For years I have had a double-flowered impatiens, which I have perpetuated from cuttings taken at the end of each summer. This summer's hot, dry weather apparently caused its demise. Friends also had similar luck with theirs. Would you have any idea where I could obtain another double impatiens? The one I had was pink. Fortunately plant breeders have now developed double impatiens that can be grown from seeds, and they were available for the first time in this year's seed catalogs. Double Duet is a bi-color, Double Rosette and Double Up are mixes of solid colors and bi-colors. We grew them this year and have found them prolific and stunning. They are not difficult to grow. Sow seeds on a moist medium, such as a mix of perlite, sphagnum peatmoss, and vermiculite and cover only slightly with just a dusting, as seeds germinate best when they have light on them. At a temperature of about 70 degrees F. they will take between 14 and 18 days to germinate. Keep medium moist.
I transplanted my aloe plant to a ceramic planter, and within a week it all turned mushy, except one little side shoot. What would have caused this? Aloe plants are very sensitive to overwatering. They need a well-drained soil and should be grown a bit on the dry side, in a container that lets air get to the roots. Ceramic containers are usually glazed, with no drainage holes, and water buildup drives out oxygen. Without oxygen, plant roots suffocate. Unglazed clay pots are best for succulent plants like aloe, as air can pass through the pores as well as drainage holes. If you have a side shoot that survived, set it on some moistened sand in a porous pot.
Would you help settle an argument? Do fireflies eat leaves of flowers and vegetables? We have seen them on our zinnias, and these plants are getting holes in the leaves. Also, what causes these insects to glow? We notice some of them are almost wingless. Fireflies are not considered pests of any crops. On the contrary, larvae and some other stages of lightning bugs eat snails, slugs, earthworms, and larvae of other insects. The larvae also produce a glow light. Males are the ones that fly , because the females are almost wingless. The flashing is to attract the opposite sex. The light is practically heatless, and the possibility of man's duplicating it has intrigued scientists for years. It is caused by the oxidation of luciferin in the presence of an enzyme called luciferase.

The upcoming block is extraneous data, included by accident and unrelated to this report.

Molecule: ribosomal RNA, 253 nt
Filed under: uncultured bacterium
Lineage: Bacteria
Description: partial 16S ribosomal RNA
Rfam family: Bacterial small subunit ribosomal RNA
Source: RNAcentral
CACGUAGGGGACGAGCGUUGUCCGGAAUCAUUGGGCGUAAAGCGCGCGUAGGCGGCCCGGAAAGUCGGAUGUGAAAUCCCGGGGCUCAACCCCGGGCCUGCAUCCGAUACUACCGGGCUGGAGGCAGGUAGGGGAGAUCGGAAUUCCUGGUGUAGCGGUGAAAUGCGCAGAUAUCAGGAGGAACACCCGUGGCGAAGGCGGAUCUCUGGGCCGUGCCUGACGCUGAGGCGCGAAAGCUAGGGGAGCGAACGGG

Last year, at holiday time, we noticed miniature pepper plants in florist shops. They were full of bright-red peppers. Some were thin and about two inches long, others were cone-shaped, and some were like cherries. Is it possible to raise these in our large bay window? It takes about five months for these ornamental peppers to bear after seeds are planted. They need a temperature of 70 to 80 degrees F. to germinate well, and planting medium must be kept moist. They would do fine if they got about 4 or 5 hours of sunlight a day. They are extremely attractive and are edible if you like 'em hot! You can order from most seed companies. Candlelight has pencil-thin peppers in clusters; Holiday Time has cone-shaped fruit; and Holiday Cheer has round, red fruit.
We have a small lilac that was started three years ago from a side shoot, or ''sucker'' of the parent bush. As yet, it has not bloomed. It looks healthy, but we're wondering if we should order one from the nursery. Do those started from suckers produce blooms? Your lilac will bloom eventually if it is in full sun. For years this was the only way lilacs were propagated. Nurseries still grow some lilac varieties this way. Lilacs need no fertilizer if grown in normal soil, but they need water during dry spells.
We have a potted five-foot ficus, or rubber plant. The problem is scale, which covers the leaves with a sticky substance. Can you suggest a remedy? Scale insects can be quite a problem on both indoor and outdoor plants. In your case, move the plant into a bathtub or someplace where you can drench the leaves and stems with the following solution, if the plant is covered with scale. (If you have only a few, you can wipe off each scale with a cotton ball dipped in the solution.) In 1 gallon of water, add 1 quart of rubbing alcohol; 1 tablespoon each of Tabasco sauce and liquid dishwashing detergent. If you drench the plant, wait 5 or 10 minutes, then wipe the scale off with a rag, doing it very thoroughly, making sure you have gotten them all. Pay special attention to stem and leaf joints. Adult insects have a waxy coat of armor that has to be dislodged; immature or crawler stage is vulnerable to conventional sprays, but it is difficult for the home gardener to detect. The above method will get all stages. Seal the rag with scale in a plastic bag before discarding.